Derek was born on Cape Barren Island in Bass Strait and was a schoolboy football star, living in a Launceston orphanage, when he first attracted the attention of the Tiger talent scouts. Peardon earned selection in the 1965 All-Australian Schoolboys’ team following a string of impressive performances for Tasmania in that under-15 carnival series. He tied for the medal awarded to the best player at the carnival.
St Kilda made the first approach to Peardon through his orphanage. He, and the orphanage’s superintendent, spent a weekend in Melbourne at the Saints’ expense.During that trip to Melbourne, the superintendent received a phone call from Richmond to see if it was possible that Peardon could train with the Tigers before going back to Tasmania, which he duly did.A couple of other league clubs were also circling Peardon by that stage, and the decision of who he would join became the responsibility of the board of the orphanage.
They chose Richmond as young Derek’s league football home and, at just 15 years of age, he made the trek across Bass Strait to Melbourne to play with the Tigers.
Peardon, a quick, skilful wingman/half-back, worked his way up through the ranks at Tigerland, starting with the under 17s in 1966 and playing in their premiership team that year.The following year, Peardon was a member of the Richmond under 19s premiership side and then, in the final home-and-away round of the 1968 season, he made his senior debut with the Tigers.He was 17 years, 342 days old when he lined up for Richmond in Round 20, ‘68 against Melbourne at the MCG, wearing the No. 50 guernsey.
The Tigers won by 49 points that day, but it was an inauspicious debut by Peardon, who picked up just three disposals.As part of his preparation for the 1969 season, the pacy Peardon competed as a professional runner, winning the Maryborough Gift and Leongatha Gift in January of that year.Peardon swapped the No. 50 for No. 6 in 1969, but found it difficult to establish himself in a powerful Richmond side that went on to capture the premiership.His best performance during the ’69 season was in the Round 4 clash with South Melbourne at the Lake Oval, where he had 21 disposals in a 45-point win for the Tigers.
The 1970 season was Peardon’s best at the game’s highest level. He played nine senior games early on, picking up 20 disposals or more on four occasions, with a career-high 26 touches in a 24-point victory over Geelong at the MCG in Round 7.Unfortunately, however, a back injury cut short Peardon’s season, just when he was starting to cement himself as a senior regular.
He managed only three more senior games, in what was to be his final season of league football in 1971, with a knee injury hampering his progress throughout that year. But he bowed out of Tigerland as one of the best players in the Richmond reserves’ grand final win against Essendon.Peardon returned to Tasmania at the end of the ’71 season and went on to carve out a magnificent football career in the Apple Isle, playing for the City South club in the Northern Tasmanian Football Association. He played in two premiership sides with City South, won the club’s best and fairest twice, and represented Tasmania in state football on two occasions.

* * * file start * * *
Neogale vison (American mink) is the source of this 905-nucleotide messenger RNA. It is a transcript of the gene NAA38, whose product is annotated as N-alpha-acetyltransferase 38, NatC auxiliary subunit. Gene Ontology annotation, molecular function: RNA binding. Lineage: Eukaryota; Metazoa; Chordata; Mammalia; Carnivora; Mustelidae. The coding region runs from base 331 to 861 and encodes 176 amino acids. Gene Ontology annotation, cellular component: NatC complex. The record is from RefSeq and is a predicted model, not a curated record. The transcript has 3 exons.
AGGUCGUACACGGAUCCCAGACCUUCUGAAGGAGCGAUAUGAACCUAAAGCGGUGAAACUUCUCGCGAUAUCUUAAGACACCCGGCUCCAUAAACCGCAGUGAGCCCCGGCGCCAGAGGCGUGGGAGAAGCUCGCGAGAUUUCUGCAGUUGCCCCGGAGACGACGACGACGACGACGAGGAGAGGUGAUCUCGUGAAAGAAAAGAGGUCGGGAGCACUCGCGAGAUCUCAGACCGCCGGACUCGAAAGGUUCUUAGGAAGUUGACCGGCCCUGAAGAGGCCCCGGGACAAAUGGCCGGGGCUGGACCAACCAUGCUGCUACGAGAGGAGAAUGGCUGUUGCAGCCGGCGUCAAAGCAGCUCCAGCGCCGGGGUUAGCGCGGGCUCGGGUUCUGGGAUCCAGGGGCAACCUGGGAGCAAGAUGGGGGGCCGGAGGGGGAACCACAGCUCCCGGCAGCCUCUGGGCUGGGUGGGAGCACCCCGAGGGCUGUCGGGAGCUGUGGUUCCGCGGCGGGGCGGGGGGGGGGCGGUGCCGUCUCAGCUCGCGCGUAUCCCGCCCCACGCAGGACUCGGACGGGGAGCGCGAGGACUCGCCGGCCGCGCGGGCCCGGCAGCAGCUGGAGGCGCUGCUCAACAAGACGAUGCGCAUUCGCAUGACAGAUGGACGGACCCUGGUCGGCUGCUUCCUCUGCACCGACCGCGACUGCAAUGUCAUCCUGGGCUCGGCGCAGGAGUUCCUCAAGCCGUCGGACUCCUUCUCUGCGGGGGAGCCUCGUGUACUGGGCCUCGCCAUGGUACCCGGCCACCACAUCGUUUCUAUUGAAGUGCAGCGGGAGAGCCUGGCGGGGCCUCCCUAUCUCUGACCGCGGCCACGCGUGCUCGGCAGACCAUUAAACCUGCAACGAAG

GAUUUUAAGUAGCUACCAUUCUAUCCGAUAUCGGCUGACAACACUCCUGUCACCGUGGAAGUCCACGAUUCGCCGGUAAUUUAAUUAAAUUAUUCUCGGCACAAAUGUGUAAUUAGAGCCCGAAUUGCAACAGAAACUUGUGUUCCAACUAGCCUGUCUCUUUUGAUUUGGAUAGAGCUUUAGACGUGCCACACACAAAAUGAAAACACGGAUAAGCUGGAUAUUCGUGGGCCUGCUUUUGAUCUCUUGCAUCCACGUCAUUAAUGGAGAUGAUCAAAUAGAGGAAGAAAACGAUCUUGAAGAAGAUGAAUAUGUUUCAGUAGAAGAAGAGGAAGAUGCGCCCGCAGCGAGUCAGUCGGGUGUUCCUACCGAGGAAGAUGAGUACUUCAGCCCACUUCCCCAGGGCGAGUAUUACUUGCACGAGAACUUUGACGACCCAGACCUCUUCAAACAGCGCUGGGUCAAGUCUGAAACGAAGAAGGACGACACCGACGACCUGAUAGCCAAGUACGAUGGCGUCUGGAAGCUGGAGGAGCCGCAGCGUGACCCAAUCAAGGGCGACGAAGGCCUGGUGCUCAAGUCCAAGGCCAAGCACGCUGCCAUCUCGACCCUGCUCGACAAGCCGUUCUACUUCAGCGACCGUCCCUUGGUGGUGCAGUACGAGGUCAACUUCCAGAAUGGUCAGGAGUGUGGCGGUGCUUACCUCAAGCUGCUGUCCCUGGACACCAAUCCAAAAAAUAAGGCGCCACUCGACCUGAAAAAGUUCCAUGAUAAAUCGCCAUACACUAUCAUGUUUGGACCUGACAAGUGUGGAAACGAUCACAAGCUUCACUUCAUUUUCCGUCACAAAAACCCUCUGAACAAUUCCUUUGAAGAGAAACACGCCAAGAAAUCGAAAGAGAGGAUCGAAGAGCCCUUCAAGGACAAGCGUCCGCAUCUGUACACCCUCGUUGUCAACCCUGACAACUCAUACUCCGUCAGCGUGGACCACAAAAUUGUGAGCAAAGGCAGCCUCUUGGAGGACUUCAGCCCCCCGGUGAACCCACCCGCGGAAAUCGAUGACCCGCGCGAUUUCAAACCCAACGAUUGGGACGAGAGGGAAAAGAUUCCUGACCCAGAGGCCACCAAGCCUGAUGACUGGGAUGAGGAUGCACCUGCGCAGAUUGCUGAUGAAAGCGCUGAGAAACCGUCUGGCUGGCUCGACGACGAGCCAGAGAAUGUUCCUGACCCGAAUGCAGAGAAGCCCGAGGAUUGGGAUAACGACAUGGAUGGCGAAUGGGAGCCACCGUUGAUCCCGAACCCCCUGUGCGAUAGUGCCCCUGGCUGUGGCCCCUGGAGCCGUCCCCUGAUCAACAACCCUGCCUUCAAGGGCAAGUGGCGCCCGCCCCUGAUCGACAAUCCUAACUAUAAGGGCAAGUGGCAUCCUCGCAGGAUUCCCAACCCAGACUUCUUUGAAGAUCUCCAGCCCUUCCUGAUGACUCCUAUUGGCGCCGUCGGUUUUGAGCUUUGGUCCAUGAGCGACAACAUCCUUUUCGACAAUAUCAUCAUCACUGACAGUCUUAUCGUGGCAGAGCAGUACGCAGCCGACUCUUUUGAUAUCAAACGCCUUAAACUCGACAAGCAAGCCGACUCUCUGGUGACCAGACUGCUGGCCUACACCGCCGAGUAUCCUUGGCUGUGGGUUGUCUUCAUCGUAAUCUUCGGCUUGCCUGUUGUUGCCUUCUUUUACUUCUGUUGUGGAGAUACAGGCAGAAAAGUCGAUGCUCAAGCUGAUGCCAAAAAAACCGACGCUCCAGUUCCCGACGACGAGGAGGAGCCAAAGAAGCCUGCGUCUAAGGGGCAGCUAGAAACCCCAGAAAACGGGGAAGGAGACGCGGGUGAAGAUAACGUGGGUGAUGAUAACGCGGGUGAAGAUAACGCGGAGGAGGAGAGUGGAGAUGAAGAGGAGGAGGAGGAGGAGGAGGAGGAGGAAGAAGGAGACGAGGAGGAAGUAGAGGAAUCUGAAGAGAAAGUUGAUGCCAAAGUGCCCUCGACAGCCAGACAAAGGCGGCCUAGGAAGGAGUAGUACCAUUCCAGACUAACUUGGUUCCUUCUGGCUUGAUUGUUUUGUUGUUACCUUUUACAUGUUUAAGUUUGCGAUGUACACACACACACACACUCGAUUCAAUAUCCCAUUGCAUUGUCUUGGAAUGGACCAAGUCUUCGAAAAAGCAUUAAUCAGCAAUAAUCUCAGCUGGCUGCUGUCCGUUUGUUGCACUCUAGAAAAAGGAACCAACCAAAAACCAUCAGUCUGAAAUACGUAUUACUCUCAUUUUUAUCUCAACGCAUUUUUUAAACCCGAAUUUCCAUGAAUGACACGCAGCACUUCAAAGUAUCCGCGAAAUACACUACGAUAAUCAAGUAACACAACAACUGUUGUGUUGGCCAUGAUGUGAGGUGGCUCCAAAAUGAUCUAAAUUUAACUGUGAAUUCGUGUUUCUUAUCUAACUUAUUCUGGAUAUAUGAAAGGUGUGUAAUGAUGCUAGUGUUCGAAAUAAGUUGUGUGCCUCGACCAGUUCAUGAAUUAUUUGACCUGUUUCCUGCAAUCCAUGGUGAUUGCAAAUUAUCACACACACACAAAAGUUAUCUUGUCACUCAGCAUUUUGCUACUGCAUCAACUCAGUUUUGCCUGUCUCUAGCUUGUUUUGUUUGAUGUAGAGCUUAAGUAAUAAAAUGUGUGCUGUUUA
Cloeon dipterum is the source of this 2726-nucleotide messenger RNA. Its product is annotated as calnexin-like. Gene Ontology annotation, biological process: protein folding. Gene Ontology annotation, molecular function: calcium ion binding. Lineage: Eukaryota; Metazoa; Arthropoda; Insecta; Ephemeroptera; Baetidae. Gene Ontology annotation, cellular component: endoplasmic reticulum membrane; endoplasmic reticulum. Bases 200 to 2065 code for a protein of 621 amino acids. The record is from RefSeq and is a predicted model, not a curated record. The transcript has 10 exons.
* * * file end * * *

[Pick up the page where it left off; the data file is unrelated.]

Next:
Decades later, he was selected as the ruck-rover in the City South team of the century, and he was inducted into the Tasmania Football Hall of Fame.Derek Peardon was the first Tasmanian Indigenous footballer to play in the then VFL competition.He also is credited as being the player who provided the spark for the AFL’s Dreamtime at the G fixture and subsequent Indigenous round.
Kevin Sheedy, one of the founders of the Dreamtime game, and a passionate promoter of Indigenous football, was a teammate of Peardon’s at Richmond in the late 1960s-early 1970s.Peardon was the first Indigenous person Sheedy ever met, and the only one he played alongside during his illustrious 13-year, 251-game league career with the Tigers.
“He was a lovely, young man and quite shy, but probably should have played more games of AFL,” Sheedy told The Mercury in 2014.“But a lot of Indigenous boys back in those early days really didn’t know how to handle Melbourne, and he was at Richmond in a very successful period. But Derek was just fantastic . . .”It was Peardon, who whet Sheedy’s appetite for knowledge about the Indigenous Australians.“I grew up in South Yarra, where you wouldn’t see an Aborigine.“Meeting him (Peardon) was no different to anybody coming from overseas. You just started to pick up information . . .“It started then because that was the first hello.“That was very eye-opening for me.
“It would have been real difficult I would have thought, although Richmond accepted everybody . . .“He had a magnificent build . . . he was strong, low set, with speed to burn.“I only have positive and fond memories of Derek Peardon.”Derek Peardon Fact FileBorn: 24/9/50Height: 183cmPlaying weight: 86.5kgRecruited to Richmond from: King Meadows High School, TasmaniaGuernsey number at Richmond: No. 50 and No. 6Games at Richmond (1968-1971): 20Honors at Richmond: Member of the under 17s premiership side in 1966, the under 19s premiership side in 1967 and the reserves premiership side in 1971